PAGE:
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Fraud Facts: Christmas a busy time for retail return fraud

Gina Bliss

People that know me know that I don’t like to shop. If I go off to shop for clothing alone I’ll probably walk around in the store, pick up a few things to try on, think about how much work it is to try them on, put them back, and leave the store. One time I tried a different strategy. I didn’t try them on, but I didn’t put them back either. I bought them so I could try them on at home. Then I discovered something I liked even less than shopping. It was returning.

Some fraudsters have made returning their occupation. Return fraud is using the return process to defraud a retail establishment. Return fraud is basically a way to steal from a retailer without the risk of selling the merchandise on eBay or finding a fence for the stolen goods. Instead, the fraudster sells it back to the retailer.

Stolen or counterfeit sales receipts provide an easy way to return merchandise that was never purchased. Fraudsters can “find” these receipts in discarded bags, or in the store’s garbage. There are some websites that will re-create receipts for particular items. Some fraudsters forge them themselves, sometimes with the help of an employee of the store.

Once the fraudsters have a receipt they can either shoplift the item and return it later, or they can pick up the item and head right for the service desk to make the return. One stop is better of course. Right after Christmas there is so much volume in returns that the confusion and crowds make it easy to do.

Another return fraud requires price manipulation. The old-fashioned way was to buy two similar items at different price points, usually electronic merchandise. The fraudster would repackage the cheaper item in the package of the more costly one and then return it. The new improved method involves creating and switching the bar code. The fraudster picks up an expensive item, but covers the bar code with a bar code for the same brand item in a cheaper model.

Most stores still accept checks. Check fraud is alive and well, and can be combined with return fraud to increase the fraudster’s profit. If merchandise purchased with a bad check is returned before the check clears, the fraudster makes the full retail value of the merchandise with little effort.

Renting or wardrobing is by far the largest return fraud in terms of volume. It’s the return of used or worn merchandise. Many consumers who would never shoplift somehow rationalize this form of theft to themselves. The retailer has the cost of restocking, usually can’t put the merchandise out at full price, and sometimes can’t put the merchandise on the floor at all. Some purchasers will even damage the item in order to justify the return.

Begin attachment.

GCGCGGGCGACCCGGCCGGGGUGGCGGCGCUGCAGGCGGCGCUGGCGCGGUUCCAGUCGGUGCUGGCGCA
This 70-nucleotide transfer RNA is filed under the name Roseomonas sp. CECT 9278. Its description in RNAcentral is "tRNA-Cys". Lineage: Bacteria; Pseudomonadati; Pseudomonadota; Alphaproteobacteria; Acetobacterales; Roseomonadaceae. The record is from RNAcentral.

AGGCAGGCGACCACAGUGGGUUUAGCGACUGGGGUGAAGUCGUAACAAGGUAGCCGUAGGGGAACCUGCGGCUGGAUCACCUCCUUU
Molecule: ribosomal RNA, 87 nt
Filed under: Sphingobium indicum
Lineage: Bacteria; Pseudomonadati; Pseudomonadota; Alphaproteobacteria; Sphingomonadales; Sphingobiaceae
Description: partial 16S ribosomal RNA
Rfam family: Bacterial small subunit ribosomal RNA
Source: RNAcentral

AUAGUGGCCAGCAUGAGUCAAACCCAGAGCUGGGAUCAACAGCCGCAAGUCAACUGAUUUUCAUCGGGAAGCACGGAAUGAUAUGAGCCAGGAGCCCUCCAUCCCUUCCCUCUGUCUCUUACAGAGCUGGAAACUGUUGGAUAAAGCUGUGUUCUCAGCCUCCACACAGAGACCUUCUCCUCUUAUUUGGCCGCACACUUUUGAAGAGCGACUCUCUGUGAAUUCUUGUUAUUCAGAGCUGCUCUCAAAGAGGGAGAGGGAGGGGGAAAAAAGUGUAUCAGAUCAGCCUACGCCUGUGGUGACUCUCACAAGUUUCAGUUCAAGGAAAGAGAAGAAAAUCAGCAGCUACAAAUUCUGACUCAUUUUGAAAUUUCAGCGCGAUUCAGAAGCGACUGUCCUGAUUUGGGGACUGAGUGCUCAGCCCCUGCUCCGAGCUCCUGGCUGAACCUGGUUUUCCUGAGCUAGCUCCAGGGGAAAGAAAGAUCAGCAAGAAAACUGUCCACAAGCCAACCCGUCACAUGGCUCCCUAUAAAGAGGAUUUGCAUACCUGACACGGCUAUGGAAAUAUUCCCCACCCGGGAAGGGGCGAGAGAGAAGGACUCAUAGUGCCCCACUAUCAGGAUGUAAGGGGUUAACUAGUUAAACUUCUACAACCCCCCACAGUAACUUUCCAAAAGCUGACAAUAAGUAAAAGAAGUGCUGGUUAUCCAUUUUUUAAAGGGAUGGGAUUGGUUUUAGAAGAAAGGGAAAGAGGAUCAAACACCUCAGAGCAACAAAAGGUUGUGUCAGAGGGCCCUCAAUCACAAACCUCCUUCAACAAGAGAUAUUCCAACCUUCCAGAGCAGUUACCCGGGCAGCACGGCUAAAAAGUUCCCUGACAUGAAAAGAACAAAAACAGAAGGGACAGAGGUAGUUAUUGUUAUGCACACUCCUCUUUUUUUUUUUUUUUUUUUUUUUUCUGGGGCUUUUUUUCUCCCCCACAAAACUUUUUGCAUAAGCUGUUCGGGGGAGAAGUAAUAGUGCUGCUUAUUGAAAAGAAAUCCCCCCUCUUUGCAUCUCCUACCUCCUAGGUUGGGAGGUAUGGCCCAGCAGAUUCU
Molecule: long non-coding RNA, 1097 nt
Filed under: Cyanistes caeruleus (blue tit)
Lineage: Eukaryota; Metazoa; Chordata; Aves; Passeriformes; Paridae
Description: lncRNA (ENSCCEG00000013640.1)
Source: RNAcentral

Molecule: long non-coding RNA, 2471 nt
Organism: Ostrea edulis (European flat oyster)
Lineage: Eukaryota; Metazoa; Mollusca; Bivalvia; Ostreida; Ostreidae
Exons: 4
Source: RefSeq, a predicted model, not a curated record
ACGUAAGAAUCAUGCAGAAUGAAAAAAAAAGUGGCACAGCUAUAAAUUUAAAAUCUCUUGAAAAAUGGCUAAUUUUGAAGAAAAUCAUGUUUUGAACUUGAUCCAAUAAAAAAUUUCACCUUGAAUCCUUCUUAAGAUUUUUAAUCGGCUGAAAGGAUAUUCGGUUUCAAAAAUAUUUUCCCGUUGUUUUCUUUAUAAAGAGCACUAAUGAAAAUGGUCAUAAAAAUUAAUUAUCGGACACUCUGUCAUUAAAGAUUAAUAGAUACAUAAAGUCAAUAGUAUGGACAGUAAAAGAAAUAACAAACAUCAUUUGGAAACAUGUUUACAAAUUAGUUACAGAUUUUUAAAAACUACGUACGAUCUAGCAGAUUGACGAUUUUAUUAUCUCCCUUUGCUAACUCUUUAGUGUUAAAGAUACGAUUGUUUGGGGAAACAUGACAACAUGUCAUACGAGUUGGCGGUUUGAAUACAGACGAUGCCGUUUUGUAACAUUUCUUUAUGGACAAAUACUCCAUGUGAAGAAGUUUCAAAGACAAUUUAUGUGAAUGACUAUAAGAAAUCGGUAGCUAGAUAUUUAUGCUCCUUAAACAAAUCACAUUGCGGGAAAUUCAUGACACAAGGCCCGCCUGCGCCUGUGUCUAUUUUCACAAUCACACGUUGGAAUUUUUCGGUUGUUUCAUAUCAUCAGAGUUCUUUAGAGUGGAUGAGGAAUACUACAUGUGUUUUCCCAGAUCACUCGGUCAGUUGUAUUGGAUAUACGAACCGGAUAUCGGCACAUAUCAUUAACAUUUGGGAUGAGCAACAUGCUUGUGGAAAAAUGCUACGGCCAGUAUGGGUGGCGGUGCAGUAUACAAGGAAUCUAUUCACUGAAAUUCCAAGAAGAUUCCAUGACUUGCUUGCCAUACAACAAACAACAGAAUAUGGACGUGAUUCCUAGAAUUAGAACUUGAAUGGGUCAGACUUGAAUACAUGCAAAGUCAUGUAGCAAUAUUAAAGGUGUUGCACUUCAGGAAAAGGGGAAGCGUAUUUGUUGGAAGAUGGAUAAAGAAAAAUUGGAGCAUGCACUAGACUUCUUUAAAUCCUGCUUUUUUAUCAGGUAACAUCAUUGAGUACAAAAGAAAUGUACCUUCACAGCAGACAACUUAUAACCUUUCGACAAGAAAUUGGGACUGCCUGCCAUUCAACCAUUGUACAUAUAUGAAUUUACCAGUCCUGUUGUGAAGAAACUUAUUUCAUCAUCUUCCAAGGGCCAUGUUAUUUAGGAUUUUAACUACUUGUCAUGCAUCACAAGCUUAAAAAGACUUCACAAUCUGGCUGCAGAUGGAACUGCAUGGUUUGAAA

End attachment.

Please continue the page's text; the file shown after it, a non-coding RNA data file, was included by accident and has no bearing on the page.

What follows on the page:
Retailers have an industry trade association that advocates for their interests. The National Retail Federation (NRF) is the world’s largest retail trade association, with membership that comprises all retail formats and channels of distribution (www.nrf.com). NRF has helped retailers address theft, inventory shrinkage and return fraud in a number of ways.

One initiative created a partnership between retailers and the FBI and other law enforcement agencies. Law enforcement has real-time access to the retail industry’s database where retailers track and report retail crimes. The increased intelligence translates to potential increases in arrests, prosecutions and recoveries of stolen merchandise. Online marketplace eBay also partners with NRF to curb e-fencing operations.

While the NRF works on retail theft in a broad sense, retailers have responded in new and different ways. If you consider the methods of return fraud and the return policies of most stores, you’ll see that that those policies would do nothing to curb these frauds. Tightening policies can irritate good customers, which is bad for business.

So retailers have adopted a consumer-based response. For years, retailers have been using third-party databases to track consumer purchases and returns. The data is so rich now that some consumers have been denied a return or exchange due to their history of return behaviors. Some online stores will deny a purchase due to return behaviors that mimic fraud. Only 1 percent of consumers get denied, and consumers can review their return activity reports.

This approach lets retailers be proactive about fraud while still extending liberal return policies that benefit honest consumers.

I don’t like to shop OR return, so I can’t believe that people flood the stores the day after Christmas, but they do. It’s the biggest day of the year for store returns. In an NRF survey retailers estimated losses of $2.9 billion due to fraud for the 2012 holiday season.

We should all remember to be ethical and considerate in following store return policies now that we know what retailers are up against.

Gina Bliss, CPA, CFE, is a senior manager at EFP Rotenberg LLP, Certified Public Accountants and Business Consultants, who specializes in internal audit, fraud audit and forensic accounting. She may be reached at (585) 295-0536 or by email at [email protected].